Monday, February 18, 2008

What They Don’t Teach You At Film School

It seems that another element of my life is turning a full circle as I spend more time back in academia (I received my degrees in Radio, Film & TV and Educational Broadcasting over two decades ago when there were only a couple of practical film making degree courses in the UK).

I’m currently advising on the validation of new postgraduate courses in interactive media at Ravensbourne College, possibly the best known vocational TV institution in the UK, and last Friday it was back to school at Aberystwyth University, where the Welsh student film festival, Ffresh, was being held in the scenic Arts Centre, so I’ve been reflecting on what I know now and wish I’d known back then.

When I graduated there were the limited possibilities for a former film student of heading to London and becoming a runner in the film and TV industry (which is what I did), or becoming a trainee at the BBC. The prospect of being a film maker (ie Producer or Director) was twenty years away, by which time even the most fervent student film maker would have become institutionalised.

Today, that has changed - outlets abound. However, the dynamics of the industry have changed less. The need to market, attract audiences and pay your way are as important as ever, and instead of the BBC there’s Google’s YouTube now acting as the main gatekeeper. The marketing and business functions of film making are too often neglected in film school. One major thing that has never, and will never change from the time of the Lumiere brothers to the holographic cinemas of the future, is that you need to attract an audience.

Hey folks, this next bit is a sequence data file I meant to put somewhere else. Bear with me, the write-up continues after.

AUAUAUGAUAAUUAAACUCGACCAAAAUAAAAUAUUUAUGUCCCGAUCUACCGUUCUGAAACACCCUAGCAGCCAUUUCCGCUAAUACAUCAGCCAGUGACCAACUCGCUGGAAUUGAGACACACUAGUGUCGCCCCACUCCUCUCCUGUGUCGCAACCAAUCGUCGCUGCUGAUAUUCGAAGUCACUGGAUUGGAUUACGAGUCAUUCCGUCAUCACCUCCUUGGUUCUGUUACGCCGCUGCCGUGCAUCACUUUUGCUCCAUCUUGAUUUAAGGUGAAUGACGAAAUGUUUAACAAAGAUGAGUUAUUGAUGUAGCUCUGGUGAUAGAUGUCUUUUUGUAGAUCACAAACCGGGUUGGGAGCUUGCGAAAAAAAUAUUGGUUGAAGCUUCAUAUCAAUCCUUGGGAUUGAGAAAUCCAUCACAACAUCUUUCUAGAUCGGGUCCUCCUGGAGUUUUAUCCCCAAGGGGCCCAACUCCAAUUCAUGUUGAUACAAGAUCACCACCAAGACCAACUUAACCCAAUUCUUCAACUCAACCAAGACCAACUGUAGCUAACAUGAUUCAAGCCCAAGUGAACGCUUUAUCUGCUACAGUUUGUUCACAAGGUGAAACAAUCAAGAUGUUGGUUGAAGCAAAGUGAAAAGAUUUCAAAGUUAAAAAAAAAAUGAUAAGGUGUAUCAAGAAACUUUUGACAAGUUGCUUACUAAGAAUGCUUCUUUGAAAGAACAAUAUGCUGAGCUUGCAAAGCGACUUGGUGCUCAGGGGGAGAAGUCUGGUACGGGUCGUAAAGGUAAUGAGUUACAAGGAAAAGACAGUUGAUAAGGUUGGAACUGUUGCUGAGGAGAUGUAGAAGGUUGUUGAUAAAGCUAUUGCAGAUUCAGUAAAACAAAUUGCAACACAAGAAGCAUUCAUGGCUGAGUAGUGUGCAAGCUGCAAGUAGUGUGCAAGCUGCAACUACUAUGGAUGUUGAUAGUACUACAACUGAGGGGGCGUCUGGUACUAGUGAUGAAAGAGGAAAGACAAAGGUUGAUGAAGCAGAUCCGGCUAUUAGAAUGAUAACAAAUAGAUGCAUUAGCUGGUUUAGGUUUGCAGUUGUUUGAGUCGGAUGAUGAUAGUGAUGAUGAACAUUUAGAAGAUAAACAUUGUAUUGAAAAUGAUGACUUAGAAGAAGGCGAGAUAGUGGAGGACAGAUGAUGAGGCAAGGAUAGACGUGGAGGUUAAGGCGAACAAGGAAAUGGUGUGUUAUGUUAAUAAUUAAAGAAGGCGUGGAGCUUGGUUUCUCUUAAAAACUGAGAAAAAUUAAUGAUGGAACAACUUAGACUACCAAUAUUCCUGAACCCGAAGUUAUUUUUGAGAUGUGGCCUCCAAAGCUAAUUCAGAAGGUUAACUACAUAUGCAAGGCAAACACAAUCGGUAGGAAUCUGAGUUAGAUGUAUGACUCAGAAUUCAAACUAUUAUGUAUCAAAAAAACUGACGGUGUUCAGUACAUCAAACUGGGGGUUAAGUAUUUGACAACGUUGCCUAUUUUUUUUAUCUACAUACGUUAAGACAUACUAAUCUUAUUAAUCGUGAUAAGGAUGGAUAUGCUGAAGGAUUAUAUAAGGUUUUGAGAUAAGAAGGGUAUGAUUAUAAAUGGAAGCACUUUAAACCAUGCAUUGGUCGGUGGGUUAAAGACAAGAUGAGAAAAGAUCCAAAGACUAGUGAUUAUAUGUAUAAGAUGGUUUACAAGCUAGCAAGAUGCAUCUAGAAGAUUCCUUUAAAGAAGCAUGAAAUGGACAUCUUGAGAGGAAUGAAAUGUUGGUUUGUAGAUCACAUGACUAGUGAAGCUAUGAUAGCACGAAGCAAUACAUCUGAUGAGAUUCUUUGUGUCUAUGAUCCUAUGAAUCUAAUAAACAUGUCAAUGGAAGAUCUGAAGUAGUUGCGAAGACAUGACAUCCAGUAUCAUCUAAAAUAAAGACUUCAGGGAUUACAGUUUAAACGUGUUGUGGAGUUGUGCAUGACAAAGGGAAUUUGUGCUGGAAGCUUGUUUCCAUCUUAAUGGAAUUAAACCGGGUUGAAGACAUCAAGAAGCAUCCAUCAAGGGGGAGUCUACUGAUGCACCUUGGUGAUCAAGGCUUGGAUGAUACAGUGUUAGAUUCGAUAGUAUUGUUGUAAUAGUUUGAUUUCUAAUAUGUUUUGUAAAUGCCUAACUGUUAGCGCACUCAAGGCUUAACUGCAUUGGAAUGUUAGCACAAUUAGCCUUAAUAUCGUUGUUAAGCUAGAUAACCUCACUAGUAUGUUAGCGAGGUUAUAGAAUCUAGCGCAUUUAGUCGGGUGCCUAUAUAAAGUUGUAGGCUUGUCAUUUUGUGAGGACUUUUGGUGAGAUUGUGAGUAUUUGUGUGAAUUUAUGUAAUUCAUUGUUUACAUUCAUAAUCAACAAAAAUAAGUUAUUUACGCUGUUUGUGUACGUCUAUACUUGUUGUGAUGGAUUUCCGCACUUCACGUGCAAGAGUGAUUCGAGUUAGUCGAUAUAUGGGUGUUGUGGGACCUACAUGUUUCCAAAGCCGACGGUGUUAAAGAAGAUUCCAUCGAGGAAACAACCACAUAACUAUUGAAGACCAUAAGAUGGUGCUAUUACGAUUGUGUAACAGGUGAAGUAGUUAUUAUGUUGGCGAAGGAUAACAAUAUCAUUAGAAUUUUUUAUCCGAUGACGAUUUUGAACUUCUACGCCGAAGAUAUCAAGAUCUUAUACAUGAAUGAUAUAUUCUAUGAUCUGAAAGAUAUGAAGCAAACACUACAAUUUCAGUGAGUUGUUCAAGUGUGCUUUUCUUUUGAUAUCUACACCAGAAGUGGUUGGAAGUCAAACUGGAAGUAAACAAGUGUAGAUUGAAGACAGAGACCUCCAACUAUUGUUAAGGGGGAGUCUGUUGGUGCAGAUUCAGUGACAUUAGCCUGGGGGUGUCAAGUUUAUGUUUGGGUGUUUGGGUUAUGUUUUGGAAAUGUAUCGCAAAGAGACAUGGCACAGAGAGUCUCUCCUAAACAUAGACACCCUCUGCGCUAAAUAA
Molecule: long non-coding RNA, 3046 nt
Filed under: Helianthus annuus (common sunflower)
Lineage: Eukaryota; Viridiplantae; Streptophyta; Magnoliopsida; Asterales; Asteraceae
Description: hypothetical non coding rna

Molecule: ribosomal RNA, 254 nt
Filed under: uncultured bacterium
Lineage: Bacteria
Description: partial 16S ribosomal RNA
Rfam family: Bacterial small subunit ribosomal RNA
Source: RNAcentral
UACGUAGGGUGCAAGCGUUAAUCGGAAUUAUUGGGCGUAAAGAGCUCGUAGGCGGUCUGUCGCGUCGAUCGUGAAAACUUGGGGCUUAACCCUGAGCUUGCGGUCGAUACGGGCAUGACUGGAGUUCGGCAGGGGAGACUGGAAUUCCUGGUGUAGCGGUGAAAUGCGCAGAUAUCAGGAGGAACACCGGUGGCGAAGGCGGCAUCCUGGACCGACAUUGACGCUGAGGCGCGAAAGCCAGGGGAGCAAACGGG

Indeed, from freelance prop people to producers, an essential – and often neglected – skill is the ability to act as a businessperson. This has always seemed sadly lacking on the cirricula of film courses. As a result lawyers, Oxbridge PPE graduates and accountants get and retain the control.

TV2.0 is also a business. I’m sure a few very talented people will get snapped up and achieve fame and fortune thanks to the ready made outlets now available to them (much easier than dropping off showreels at production company and advertising agency offices as I had to do..), but the majority will have to fight harder than ever in an ever efficient and competitive marketplace.

The internet makes things easier and more difficult at once. It introduces the opportunity for efficient marketplaces, but efficient marketplaces can be brutal things.

All of this said, what was gratifying last week at Ffresh was seeing how enthusiastic employers – ie the production companies and broadcaster – were about the talent coming out of the increasing number of film schools in Wales and beyond. Production companies are waking up to the fact that low cost production is their future – with the danger that quantity will overtake quality. Frankly, they're also scared that by not harnessing this talent they will be compromising their own futures.

The old skills haven’t gone away and new skills, such as computer programming and graphic design, are more important than ever, but I can’t help feeling that the world for today’s graduating film student is more democratic, offering more possibilities to those with the drive and nous to make the industry work for them.

On balance, I have to admit that would rather be a film student today than back in the 80s.

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